A Las Vegas teacher lost her leg in a boating accident on Lake Mead when a wave knocked her into the water.
Leslie Burns, an English teacher at Foothill High School in Henderson, was reportedly boating with friends on Tuesday when she was overpowered by the wave and sucked underneath, her leg catching in the propeller.
“She suffered a lot of injuries, extensive damage,” Burns’s girlfriend, Helen Cha, told television station KTNV. “I’m just trying to be there for her, support her, and help her in any way I can.”
A GoFundMe page created by Cha detailed the accident to which an off-duty nurse and firefighter paramedic, also boating in the area, responded. They quickly applied a tourniquet to Burns’s right leg, and stayed with her until she was flown to University Medical Center of Southern Nevada. Due to the severity of the injuries, doctors were forced to amputate her lower right leg.
On GoFundMe, Cha wrote that Burns is hospitalized but in “good spirits.” However, the recovery will take time.
“As it stands, Leslie has a daunting road ahead, including another surgery, an arduous recovery and rehabilitation process, a lengthy work absence, and permanent life changes, including costly prosthetics and eventually learning how to walk again,” wrote Cha.
“...Those of you that know Leslie on a personal level, know how wonderful and loving she is. If you are able to help us rally behind this wonderful sarcastic and loving person, please do...”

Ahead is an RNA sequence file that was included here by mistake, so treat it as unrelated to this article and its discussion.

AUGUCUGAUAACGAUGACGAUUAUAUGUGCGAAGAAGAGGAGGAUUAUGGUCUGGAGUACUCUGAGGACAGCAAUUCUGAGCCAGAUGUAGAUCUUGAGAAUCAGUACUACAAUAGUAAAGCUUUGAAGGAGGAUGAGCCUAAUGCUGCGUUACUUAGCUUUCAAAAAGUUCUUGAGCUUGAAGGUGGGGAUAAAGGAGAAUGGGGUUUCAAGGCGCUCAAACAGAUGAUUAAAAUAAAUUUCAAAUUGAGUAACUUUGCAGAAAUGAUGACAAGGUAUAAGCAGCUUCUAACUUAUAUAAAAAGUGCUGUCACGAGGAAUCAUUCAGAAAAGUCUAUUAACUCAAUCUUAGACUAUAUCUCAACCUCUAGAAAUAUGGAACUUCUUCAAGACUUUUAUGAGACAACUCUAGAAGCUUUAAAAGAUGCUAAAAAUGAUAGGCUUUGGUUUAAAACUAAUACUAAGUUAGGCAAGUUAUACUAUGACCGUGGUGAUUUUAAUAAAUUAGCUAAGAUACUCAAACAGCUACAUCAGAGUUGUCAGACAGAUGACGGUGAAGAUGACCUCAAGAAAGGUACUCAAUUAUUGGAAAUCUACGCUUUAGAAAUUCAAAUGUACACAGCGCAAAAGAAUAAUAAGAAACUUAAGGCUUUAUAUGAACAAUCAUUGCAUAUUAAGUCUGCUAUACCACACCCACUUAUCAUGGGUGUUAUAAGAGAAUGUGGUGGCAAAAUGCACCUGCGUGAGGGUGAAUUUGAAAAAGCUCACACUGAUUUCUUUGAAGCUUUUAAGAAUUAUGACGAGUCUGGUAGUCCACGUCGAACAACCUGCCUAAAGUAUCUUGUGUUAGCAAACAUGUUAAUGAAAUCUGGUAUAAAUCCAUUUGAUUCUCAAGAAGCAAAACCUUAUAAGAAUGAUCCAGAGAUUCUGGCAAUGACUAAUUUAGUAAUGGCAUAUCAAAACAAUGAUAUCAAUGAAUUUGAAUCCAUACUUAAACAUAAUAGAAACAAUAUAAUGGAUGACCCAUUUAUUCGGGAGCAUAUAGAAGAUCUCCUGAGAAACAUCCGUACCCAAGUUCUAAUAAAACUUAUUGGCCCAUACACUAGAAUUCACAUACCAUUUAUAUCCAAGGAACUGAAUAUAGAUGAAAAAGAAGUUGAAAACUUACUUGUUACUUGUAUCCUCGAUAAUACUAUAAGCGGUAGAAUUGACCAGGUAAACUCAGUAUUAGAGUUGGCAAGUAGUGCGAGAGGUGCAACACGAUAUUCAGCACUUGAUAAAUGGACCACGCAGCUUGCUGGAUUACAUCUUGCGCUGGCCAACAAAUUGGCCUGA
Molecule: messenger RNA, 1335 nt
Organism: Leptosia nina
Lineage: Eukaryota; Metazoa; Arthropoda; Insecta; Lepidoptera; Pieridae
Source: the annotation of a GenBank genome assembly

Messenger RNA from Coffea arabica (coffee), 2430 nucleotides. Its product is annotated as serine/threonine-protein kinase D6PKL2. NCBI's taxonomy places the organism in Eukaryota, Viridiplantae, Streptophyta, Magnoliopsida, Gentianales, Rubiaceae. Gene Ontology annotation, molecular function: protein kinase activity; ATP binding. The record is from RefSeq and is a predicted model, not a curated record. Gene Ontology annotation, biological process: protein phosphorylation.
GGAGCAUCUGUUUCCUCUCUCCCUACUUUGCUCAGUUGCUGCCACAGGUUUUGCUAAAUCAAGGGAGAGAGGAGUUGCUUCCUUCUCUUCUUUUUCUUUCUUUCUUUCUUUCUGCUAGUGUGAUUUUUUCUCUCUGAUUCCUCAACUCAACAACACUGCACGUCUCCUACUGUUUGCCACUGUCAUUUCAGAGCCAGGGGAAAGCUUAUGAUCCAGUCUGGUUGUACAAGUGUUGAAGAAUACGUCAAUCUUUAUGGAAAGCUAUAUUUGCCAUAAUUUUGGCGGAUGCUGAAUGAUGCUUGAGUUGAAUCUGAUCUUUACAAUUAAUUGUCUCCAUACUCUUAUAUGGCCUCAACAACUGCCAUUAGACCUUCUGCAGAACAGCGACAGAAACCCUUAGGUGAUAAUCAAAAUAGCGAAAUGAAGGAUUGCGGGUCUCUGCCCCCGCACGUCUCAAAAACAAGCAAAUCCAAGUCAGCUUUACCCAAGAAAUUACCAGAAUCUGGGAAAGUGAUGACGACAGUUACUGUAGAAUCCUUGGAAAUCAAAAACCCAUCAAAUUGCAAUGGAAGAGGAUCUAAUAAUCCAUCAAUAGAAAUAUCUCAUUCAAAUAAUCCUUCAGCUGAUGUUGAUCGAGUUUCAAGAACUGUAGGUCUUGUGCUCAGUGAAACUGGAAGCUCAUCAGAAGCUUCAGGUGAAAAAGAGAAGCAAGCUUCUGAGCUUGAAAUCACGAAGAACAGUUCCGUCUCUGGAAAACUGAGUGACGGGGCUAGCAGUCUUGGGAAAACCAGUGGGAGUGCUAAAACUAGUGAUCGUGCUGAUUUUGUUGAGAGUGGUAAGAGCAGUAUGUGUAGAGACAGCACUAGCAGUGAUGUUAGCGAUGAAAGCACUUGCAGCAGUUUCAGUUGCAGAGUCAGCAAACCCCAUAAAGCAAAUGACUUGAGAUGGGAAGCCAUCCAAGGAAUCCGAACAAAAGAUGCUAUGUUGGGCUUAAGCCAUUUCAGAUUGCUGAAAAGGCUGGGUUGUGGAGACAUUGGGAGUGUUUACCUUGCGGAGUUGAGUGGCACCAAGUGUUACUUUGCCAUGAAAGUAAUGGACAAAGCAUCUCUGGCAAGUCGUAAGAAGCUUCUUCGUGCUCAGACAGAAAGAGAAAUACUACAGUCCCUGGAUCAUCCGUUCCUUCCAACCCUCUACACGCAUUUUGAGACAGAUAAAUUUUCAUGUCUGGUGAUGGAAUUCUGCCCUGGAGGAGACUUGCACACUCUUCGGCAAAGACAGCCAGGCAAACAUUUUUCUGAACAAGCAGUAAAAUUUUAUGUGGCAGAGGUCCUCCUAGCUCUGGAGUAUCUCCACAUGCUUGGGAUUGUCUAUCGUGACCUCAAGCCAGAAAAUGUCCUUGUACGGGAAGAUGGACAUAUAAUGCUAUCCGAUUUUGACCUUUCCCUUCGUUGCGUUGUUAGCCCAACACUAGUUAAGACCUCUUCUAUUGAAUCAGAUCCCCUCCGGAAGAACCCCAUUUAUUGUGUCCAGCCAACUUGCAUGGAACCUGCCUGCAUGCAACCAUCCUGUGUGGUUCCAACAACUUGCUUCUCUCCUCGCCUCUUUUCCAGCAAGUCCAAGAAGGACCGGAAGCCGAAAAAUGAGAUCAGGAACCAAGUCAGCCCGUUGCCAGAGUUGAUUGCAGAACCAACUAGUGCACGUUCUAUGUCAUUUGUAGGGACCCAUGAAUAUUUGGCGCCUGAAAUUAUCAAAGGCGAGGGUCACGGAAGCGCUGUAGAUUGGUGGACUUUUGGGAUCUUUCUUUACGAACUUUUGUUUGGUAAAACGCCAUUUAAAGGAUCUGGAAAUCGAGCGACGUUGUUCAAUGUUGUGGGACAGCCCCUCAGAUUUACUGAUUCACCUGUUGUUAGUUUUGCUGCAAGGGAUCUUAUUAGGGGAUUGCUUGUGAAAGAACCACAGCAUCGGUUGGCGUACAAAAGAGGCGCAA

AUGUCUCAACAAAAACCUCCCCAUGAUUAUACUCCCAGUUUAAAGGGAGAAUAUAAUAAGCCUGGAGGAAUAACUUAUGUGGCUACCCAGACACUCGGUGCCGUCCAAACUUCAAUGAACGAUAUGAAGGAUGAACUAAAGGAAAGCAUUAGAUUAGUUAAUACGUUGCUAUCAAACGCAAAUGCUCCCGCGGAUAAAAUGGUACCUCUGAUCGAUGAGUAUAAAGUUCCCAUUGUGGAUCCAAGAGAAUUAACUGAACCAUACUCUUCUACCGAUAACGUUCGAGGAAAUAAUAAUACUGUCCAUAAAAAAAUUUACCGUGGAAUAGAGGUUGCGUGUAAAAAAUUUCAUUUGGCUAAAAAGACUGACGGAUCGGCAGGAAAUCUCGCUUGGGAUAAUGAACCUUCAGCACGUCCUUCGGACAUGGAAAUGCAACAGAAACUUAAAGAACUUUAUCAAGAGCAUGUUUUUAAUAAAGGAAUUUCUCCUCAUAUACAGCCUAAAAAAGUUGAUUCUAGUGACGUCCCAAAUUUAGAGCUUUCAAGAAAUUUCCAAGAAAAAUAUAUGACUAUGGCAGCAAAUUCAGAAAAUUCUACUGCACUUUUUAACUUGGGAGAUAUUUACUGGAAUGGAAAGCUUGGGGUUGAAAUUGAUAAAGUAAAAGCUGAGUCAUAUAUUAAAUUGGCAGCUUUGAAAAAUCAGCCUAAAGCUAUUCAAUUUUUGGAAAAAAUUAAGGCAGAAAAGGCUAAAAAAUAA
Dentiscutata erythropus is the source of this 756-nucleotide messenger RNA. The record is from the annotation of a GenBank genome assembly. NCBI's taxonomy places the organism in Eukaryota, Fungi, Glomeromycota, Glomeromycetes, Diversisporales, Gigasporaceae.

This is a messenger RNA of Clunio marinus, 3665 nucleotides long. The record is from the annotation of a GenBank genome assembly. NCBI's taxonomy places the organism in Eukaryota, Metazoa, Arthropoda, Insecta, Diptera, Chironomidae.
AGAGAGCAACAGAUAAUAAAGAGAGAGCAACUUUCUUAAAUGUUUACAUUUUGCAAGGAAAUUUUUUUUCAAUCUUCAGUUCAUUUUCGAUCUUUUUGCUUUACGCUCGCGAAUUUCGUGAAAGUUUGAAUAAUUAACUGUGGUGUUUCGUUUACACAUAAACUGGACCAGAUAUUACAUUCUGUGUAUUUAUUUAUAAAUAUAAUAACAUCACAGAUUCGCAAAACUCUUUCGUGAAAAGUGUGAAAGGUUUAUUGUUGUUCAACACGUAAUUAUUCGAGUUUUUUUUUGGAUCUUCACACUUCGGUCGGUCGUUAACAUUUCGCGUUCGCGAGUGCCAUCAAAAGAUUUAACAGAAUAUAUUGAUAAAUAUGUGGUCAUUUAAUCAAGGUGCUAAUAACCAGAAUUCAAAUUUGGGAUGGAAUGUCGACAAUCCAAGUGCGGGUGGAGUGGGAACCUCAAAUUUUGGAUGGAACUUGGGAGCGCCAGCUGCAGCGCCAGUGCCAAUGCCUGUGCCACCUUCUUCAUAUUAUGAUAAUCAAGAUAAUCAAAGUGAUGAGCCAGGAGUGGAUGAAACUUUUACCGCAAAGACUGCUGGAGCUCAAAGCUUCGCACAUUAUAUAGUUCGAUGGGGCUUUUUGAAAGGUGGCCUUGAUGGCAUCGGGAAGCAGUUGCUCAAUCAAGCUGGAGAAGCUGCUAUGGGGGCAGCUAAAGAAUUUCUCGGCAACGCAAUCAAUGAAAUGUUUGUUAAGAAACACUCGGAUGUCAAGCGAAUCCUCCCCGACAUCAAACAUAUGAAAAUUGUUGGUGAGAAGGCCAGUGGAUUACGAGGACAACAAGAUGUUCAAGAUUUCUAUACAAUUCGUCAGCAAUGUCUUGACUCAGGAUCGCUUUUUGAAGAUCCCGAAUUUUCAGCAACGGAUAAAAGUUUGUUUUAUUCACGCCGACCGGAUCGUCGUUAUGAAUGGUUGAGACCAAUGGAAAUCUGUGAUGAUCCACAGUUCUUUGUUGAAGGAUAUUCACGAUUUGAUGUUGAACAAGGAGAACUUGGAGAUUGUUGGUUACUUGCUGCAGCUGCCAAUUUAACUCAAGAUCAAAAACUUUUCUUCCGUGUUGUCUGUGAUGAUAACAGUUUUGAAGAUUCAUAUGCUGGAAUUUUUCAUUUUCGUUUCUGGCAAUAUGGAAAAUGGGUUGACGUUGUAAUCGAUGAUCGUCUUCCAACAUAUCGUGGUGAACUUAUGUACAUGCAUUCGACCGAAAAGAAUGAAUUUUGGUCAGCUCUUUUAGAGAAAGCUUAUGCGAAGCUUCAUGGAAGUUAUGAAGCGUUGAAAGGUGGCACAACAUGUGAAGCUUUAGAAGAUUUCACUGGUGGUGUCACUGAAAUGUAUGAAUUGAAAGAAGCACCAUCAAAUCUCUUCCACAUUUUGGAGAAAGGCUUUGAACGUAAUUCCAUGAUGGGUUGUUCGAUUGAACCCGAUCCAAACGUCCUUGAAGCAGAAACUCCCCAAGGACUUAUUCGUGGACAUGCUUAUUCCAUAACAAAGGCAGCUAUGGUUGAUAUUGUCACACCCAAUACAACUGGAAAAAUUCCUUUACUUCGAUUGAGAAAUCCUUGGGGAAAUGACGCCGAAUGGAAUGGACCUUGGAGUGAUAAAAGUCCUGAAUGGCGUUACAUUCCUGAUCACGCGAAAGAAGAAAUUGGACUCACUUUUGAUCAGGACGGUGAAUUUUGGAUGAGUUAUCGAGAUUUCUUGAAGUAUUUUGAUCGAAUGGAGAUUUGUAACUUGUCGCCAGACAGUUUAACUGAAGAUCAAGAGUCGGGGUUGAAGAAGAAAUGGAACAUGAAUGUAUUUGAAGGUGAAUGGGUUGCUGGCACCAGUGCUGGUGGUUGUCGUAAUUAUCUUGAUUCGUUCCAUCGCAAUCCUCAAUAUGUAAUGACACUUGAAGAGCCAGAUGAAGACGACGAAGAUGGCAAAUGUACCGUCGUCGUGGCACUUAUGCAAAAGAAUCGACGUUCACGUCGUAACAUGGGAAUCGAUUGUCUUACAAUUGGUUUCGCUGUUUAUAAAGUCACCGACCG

On Friday, Cha took to Facebook to provide an update on Burns, who did “awesome” during her amputation surgery. Along with a picture of Burns giving a thumbs-up to the camera, Cha shared that she was moved from the ICU unit and into a private room. Burns will undergo another surgery on Saturday.
“If everything looks okay, then the trauma team will clean and close up her wounds,” Cha wrote. “She wants me to thank everyone for their calls, texts, love, and prayers. I'll keep everyone updated on her status and her hospital bills.”
The GoFundMe, which had 336 donors in just one day, has raised more than $28,000 of its $35,000 goal.
A representative of the Lake Mead National Recreation Area says similar accidents happen “a few times a year.”
“We really want to make sure we’re not losing anybody here on the lake," Chelsea Kennedy, a public affairs specialist at the lake, told KTNV. "There’s many things that can go wrong. You can get hit by a propeller or you can go underwater and get in above your head and drown. The most important thing in that situation is not to be in the water with the engine running."
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